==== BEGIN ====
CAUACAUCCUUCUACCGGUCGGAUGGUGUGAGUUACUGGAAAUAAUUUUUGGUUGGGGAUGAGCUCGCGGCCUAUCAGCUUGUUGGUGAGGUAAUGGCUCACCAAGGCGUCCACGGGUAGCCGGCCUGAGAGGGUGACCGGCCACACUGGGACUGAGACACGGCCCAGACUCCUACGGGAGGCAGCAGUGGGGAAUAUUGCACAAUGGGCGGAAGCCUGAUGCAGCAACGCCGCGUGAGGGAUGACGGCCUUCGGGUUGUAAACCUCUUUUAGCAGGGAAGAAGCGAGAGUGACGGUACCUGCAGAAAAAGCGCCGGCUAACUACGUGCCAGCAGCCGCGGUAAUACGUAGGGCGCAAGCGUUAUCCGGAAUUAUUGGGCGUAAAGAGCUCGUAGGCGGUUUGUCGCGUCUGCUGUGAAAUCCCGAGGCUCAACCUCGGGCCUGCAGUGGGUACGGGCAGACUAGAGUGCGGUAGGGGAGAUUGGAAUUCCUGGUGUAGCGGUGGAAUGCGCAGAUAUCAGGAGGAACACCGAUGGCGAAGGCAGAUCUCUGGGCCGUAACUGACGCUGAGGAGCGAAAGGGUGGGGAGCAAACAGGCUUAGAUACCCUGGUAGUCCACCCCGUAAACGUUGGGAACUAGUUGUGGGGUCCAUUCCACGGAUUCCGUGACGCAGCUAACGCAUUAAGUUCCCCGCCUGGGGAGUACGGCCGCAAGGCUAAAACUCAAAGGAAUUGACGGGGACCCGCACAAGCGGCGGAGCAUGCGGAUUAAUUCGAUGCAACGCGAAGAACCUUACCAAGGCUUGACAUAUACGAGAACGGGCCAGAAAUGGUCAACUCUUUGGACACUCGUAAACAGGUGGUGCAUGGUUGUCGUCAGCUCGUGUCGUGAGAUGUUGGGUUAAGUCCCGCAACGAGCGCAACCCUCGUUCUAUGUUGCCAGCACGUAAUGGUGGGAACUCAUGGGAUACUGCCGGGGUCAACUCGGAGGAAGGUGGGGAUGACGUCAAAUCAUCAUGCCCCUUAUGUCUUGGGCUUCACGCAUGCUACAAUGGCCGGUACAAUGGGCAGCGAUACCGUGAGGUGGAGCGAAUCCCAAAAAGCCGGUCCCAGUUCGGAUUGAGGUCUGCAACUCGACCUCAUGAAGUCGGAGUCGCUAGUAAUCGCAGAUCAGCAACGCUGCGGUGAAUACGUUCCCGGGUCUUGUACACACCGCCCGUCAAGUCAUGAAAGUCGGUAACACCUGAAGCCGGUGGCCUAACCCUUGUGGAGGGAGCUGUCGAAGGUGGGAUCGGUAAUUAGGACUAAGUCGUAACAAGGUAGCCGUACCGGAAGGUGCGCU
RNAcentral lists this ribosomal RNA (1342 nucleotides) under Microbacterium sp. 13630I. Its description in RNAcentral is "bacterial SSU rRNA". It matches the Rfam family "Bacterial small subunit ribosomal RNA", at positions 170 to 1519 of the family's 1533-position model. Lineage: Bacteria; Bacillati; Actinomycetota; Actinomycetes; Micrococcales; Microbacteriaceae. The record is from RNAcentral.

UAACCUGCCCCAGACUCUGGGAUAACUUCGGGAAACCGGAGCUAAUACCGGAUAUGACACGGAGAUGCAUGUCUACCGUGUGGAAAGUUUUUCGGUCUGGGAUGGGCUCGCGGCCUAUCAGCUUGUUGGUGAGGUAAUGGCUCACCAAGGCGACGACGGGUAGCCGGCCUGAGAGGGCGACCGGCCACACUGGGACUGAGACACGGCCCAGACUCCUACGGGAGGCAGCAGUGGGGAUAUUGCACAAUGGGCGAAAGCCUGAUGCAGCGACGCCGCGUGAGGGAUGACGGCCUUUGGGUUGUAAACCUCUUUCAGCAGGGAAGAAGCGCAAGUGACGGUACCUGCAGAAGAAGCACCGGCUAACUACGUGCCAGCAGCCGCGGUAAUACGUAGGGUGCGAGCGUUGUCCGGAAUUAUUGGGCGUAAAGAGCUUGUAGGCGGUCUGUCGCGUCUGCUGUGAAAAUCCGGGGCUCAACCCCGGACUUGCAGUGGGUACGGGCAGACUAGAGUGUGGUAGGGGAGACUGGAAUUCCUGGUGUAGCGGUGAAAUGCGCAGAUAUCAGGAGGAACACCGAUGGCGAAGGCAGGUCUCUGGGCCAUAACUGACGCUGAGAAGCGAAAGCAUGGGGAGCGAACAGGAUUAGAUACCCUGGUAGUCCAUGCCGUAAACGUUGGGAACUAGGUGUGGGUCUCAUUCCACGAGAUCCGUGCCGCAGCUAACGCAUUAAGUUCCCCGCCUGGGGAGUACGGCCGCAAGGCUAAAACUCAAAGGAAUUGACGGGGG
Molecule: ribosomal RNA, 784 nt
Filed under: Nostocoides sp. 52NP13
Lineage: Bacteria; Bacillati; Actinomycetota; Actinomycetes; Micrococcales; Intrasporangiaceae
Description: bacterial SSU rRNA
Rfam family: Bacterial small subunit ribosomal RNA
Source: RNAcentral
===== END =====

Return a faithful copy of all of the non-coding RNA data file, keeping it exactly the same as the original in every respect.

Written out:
CAUACAUCCUUCUACCGGUCGGAUGGUGUGAGUUACUGGAAAUAAUUUUUGGUUGGGGAUGAGCUCGCGGCCUAUCAGCUUGUUGGUGAGGUAAUGGCUCACCAAGGCGUCCACGGGUAGCCGGCCUGAGAGGGUGACCGGCCACACUGGGACUGAGACACGGCCCAGACUCCUACGGGAGGCAGCAGUGGGGAAUAUUGCACAAUGGGCGGAAGCCUGAUGCAGCAACGCCGCGUGAGGGAUGACGGCCUUCGGGUUGUAAACCUCUUUUAGCAGGGAAGAAGCGAGAGUGACGGUACCUGCAGAAAAAGCGCCGGCUAACUACGUGCCAGCAGCCGCGGUAAUACGUAGGGCGCAAGCGUUAUCCGGAAUUAUUGGGCGUAAAGAGCUCGUAGGCGGUUUGUCGCGUCUGCUGUGAAAUCCCGAGGCUCAACCUCGGGCCUGCAGUGGGUACGGGCAGACUAGAGUGCGGUAGGGGAGAUUGGAAUUCCUGGUGUAGCGGUGGAAUGCGCAGAUAUCAGGAGGAACACCGAUGGCGAAGGCAGAUCUCUGGGCCGUAACUGACGCUGAGGAGCGAAAGGGUGGGGAGCAAACAGGCUUAGAUACCCUGGUAGUCCACCCCGUAAACGUUGGGAACUAGUUGUGGGGUCCAUUCCACGGAUUCCGUGACGCAGCUAACGCAUUAAGUUCCCCGCCUGGGGAGUACGGCCGCAAGGCUAAAACUCAAAGGAAUUGACGGGGACCCGCACAAGCGGCGGAGCAUGCGGAUUAAUUCGAUGCAACGCGAAGAACCUUACCAAGGCUUGACAUAUACGAGAACGGGCCAGAAAUGGUCAACUCUUUGGACACUCGUAAACAGGUGGUGCAUGGUUGUCGUCAGCUCGUGUCGUGAGAUGUUGGGUUAAGUCCCGCAACGAGCGCAACCCUCGUUCUAUGUUGCCAGCACGUAAUGGUGGGAACUCAUGGGAUACUGCCGGGGUCAACUCGGAGGAAGGUGGGGAUGACGUCAAAUCAUCAUGCCCCUUAUGUCUUGGGCUUCACGCAUGCUACAAUGGCCGGUACAAUGGGCAGCGAUACCGUGAGGUGGAGCGAAUCCCAAAAAGCCGGUCCCAGUUCGGAUUGAGGUCUGCAACUCGACCUCAUGAAGUCGGAGUCGCUAGUAAUCGCAGAUCAGCAACGCUGCGGUGAAUACGUUCCCGGGUCUUGUACACACCGCCCGUCAAGUCAUGAAAGUCGGUAACACCUGAAGCCGGUGGCCUAACCCUUGUGGAGGGAGCUGUCGAAGGUGGGAUCGGUAAUUAGGACUAAGUCGUAACAAGGUAGCCGUACCGGAAGGUGCGCU
RNAcentral lists this ribosomal RNA (1342 nucleotides) under Microbacterium sp. 13630I. Its description in RNAcentral is "bacterial SSU rRNA". It matches the Rfam family "Bacterial small subunit ribosomal RNA", at positions 170 to 1519 of the family's 1533-position model. Lineage: Bacteria; Bacillati; Actinomycetota; Actinomycetes; Micrococcales; Microbacteriaceae. The record is from RNAcentral.

UAACCUGCCCCAGACUCUGGGAUAACUUCGGGAAACCGGAGCUAAUACCGGAUAUGACACGGAGAUGCAUGUCUACCGUGUGGAAAGUUUUUCGGUCUGGGAUGGGCUCGCGGCCUAUCAGCUUGUUGGUGAGGUAAUGGCUCACCAAGGCGACGACGGGUAGCCGGCCUGAGAGGGCGACCGGCCACACUGGGACUGAGACACGGCCCAGACUCCUACGGGAGGCAGCAGUGGGGAUAUUGCACAAUGGGCGAAAGCCUGAUGCAGCGACGCCGCGUGAGGGAUGACGGCCUUUGGGUUGUAAACCUCUUUCAGCAGGGAAGAAGCGCAAGUGACGGUACCUGCAGAAGAAGCACCGGCUAACUACGUGCCAGCAGCCGCGGUAAUACGUAGGGUGCGAGCGUUGUCCGGAAUUAUUGGGCGUAAAGAGCUUGUAGGCGGUCUGUCGCGUCUGCUGUGAAAAUCCGGGGCUCAACCCCGGACUUGCAGUGGGUACGGGCAGACUAGAGUGUGGUAGGGGAGACUGGAAUUCCUGGUGUAGCGGUGAAAUGCGCAGAUAUCAGGAGGAACACCGAUGGCGAAGGCAGGUCUCUGGGCCAUAACUGACGCUGAGAAGCGAAAGCAUGGGGAGCGAACAGGAUUAGAUACCCUGGUAGUCCAUGCCGUAAACGUUGGGAACUAGGUGUGGGUCUCAUUCCACGAGAUCCGUGCCGCAGCUAACGCAUUAAGUUCCCCGCCUGGGGAGUACGGCCGCAAGGCUAAAACUCAAAGGAAUUGACGGGGG
Molecule: ribosomal RNA, 784 nt
Filed under: Nostocoides sp. 52NP13
Lineage: Bacteria; Bacillati; Actinomycetota; Actinomycetes; Micrococcales; Intrasporangiaceae
Description: bacterial SSU rRNA
Rfam family: Bacterial small subunit ribosomal RNA
Source: RNAcentral